• Avoid closing the throttle rapidly, which may result in an immediate increase in the rate of descent and a hard landing
      • Don't focus on the runway but instead look long to flare
        • You will see the horizon flatten as if you're sitting on the ground
      • Touch down at minimum controllable airspeed with a power-off stall pitch attitude, on the main wheels first (minimum float), and with the throttle at the idle (closed) position
      • Hold the nose wheel off with back pressure throughout the rollout; allowing settling gently
    13. Once the aircraft touches down, it will tend to find centerline on its own; you need to be judicious with your inputs to avoid any induced oscillations
    14. Subsequent runway centerline tracking requires only small rudder inputs to initiate directional corrections
    15. Increase aileron deflection into the wind as you decelerate, due to less airflow decreasing aileron effectiveness
    16. Maintain directional control throughout the roll-out with the rudder, slowing sufficiently before turning on a taxiway
      • Remember to maintain taxi control inputs for winds
    17. Exit the runway without delay at the first available taxiway or on a taxiway as instructed by ATC
      • An aircraft is considered clear of the runway when all parts of the aircraft are past the runway edge and there are no restrictions to its continued movement beyond the runway holding position markings
    18. Proceed with taxi procedures
    19. Airplane Flying Handbook, Crosswind Approach and Landing
  • Crosswind Approach and Landing Common Errors:

    • Attempting to land in crosswinds that exceed the airplane's maximum demonstrated crosswind component
    • Inadequate compensation for wind drift on the turn from base leg to final approach, resulting in under or shooting
    • Flat or skidding turns from base leg to final approach as a result of overshooting/inadequate wind drift correction
    • Poor coordination during turn from base to final approach
    • Failure to complete the landing checklist in a timely manner
    • Un-stabilized approach
    • Inadequate compensation for wind drift on final approach
    • Maintaining too much speed on final to compensate for winds
    • Failure to adequately compensate for flap extension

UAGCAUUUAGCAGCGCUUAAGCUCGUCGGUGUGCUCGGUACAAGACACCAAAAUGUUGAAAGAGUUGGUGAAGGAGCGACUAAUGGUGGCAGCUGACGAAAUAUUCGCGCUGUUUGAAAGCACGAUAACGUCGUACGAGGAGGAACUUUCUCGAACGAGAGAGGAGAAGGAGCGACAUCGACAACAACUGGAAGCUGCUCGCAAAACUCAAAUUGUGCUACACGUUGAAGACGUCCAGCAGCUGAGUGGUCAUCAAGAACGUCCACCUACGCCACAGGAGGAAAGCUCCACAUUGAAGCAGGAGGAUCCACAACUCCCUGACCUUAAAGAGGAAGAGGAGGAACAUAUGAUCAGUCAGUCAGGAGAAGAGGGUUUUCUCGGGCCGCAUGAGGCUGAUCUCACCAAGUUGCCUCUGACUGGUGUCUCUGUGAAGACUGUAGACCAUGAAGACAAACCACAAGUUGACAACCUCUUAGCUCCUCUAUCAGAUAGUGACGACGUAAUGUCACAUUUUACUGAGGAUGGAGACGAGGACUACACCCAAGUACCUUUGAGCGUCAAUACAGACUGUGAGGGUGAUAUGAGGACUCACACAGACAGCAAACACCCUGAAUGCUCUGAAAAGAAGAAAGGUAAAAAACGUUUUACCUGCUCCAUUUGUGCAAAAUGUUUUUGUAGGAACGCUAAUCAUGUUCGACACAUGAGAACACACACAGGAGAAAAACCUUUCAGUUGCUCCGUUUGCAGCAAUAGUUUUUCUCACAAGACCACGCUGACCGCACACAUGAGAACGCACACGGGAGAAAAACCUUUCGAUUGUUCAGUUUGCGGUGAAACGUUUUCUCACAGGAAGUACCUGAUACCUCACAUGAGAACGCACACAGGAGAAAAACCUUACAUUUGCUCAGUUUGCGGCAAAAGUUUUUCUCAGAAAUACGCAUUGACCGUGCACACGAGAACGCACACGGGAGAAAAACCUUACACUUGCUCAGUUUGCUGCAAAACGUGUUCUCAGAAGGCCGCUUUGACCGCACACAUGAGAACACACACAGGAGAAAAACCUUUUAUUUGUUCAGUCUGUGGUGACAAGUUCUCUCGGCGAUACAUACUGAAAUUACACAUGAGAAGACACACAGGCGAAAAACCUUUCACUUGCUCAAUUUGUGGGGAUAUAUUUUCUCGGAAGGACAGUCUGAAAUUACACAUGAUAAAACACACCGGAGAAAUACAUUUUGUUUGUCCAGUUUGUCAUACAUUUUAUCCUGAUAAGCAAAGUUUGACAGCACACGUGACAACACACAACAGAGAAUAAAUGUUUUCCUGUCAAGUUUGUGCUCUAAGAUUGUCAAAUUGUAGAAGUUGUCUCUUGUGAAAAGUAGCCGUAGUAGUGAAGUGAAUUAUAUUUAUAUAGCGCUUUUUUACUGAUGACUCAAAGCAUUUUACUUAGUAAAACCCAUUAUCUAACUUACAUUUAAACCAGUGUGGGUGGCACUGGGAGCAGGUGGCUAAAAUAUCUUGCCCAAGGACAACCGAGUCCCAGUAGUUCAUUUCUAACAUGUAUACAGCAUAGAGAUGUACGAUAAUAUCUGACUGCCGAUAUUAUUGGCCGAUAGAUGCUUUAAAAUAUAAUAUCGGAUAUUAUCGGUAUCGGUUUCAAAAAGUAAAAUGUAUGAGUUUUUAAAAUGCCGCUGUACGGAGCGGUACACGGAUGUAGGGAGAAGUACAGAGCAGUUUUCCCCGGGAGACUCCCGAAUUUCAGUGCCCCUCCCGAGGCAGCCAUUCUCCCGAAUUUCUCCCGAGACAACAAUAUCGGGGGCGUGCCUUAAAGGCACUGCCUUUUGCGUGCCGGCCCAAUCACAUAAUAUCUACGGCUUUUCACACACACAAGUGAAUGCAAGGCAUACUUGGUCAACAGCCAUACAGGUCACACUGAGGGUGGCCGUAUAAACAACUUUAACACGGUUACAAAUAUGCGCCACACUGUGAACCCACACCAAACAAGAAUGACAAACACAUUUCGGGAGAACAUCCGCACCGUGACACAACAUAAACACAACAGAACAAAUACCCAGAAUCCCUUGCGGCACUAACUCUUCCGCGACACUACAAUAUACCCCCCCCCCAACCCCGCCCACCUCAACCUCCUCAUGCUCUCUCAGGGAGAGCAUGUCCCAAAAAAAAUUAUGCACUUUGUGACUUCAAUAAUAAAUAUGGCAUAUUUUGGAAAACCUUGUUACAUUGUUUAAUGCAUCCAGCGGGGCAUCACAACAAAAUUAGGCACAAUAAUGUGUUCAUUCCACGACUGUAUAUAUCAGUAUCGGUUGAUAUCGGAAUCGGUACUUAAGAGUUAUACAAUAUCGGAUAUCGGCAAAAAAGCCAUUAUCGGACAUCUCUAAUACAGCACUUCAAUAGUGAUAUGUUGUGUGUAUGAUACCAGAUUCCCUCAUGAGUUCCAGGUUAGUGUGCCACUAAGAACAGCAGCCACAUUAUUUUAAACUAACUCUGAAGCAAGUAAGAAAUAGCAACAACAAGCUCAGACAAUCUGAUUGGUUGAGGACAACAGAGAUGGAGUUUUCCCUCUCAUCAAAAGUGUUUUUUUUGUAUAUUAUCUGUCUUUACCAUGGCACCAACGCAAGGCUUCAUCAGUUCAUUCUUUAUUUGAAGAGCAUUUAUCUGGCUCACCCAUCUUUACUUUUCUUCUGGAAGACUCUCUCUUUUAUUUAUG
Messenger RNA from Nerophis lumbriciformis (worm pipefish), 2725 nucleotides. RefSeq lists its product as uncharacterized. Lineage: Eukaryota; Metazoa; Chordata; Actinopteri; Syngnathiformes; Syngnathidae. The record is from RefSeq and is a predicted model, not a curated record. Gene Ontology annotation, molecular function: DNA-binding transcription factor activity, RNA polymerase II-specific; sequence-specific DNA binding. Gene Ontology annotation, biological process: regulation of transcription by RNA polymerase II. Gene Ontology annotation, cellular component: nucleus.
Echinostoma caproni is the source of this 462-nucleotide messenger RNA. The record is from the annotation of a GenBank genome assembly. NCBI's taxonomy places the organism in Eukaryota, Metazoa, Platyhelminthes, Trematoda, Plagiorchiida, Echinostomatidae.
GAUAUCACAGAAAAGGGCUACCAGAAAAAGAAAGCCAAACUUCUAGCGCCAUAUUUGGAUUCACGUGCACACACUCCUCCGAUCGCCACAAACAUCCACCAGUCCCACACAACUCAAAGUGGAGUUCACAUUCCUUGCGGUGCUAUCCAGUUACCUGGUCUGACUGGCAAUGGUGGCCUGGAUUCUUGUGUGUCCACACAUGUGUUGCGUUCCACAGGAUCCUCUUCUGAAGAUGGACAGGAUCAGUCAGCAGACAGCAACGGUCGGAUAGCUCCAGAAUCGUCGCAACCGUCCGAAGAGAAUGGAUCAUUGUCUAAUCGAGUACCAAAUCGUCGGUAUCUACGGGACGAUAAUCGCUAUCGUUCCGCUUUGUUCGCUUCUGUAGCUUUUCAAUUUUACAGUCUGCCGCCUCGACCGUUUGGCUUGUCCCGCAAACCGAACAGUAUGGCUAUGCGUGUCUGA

• Poor trim technique on final approach
    • Failure to compensate for increased drag during side-slip, resulting in excessive sink rate and/or too low an airspeed
    • Attempting to maintain altitude or reach the runway using elevator alone
    • Focusing too close to the airplane resulting in too high a round out
    • Focusing too far from the airplane resulting in too low a round out
    • Touching down prior to attaining proper landing attitude
    • Failure to apply appropriate flight control inputs during roll-out
    • Failure to maintain directional control on roll-out
    • Touchdown while drifting
    • Excessive airspeed on touchdown
    • Excessive braking after touchdown
    • Slip:
      • Failure to reduce power to idle
      • Failure to add or increase flaps when available
      • Failure to apply and maintain full rudder deflection
      • Failure to use appropriate rudder/aileron combination during a crosswind situation
      • Failure to reduce pitch to maintain proper safe gliding airspeed

Short Field Approach and Landing:

  • The goal of the short-field approach and landing is to maximize aircraft performance in order to safely and accurately land when runway distance is limited
    • The approach is made with minimum engine power commensurate with flying towards the aiming point on the runway
    • This will result in a steeper approach than otherwise flown with other landing procedures
    • Speed must be reduced progressively as the aircraft's height reduces, and after reaching the airspeed for final approach it must be maintained accurately. After touch-down, the pilot applies maximum wheel braking and maximum up-elevator. Wing-flaps are sometimes retracted to allow better braking performance
    • Tips:
      • Touchdown as close to the approach end as safely possible
      • Utilize maximum braking available
      • Keep tires on the ground to keep friction
      • Land into a headwind
      • Land as the lowest weight possible
  • Short Field Approach & Landing Procedure:


    1. Complete the Descent Flows/Checklists
      • This should include a quick briefing of the airport (i.e., runway vs. taxiway orientation to avoid a wrong surface landing) where and approach and landing procedure being conducted
      • Gather any documents you may want to have ready during the approach or immediately after landing
    2. Talk to tower as appropriate to the airspace you're operating within
      • Controlled: "[Tower], [Callsign], [Location], [Information], [Intentions]"
        • Example: "Palms tower, Cessna one seven two seven victor, fives miles to the west for touch and goes"
      • Uncontrolled: "[Facility Name], [Callsign], [Location], [Information], [Intentions], [Facility Name]"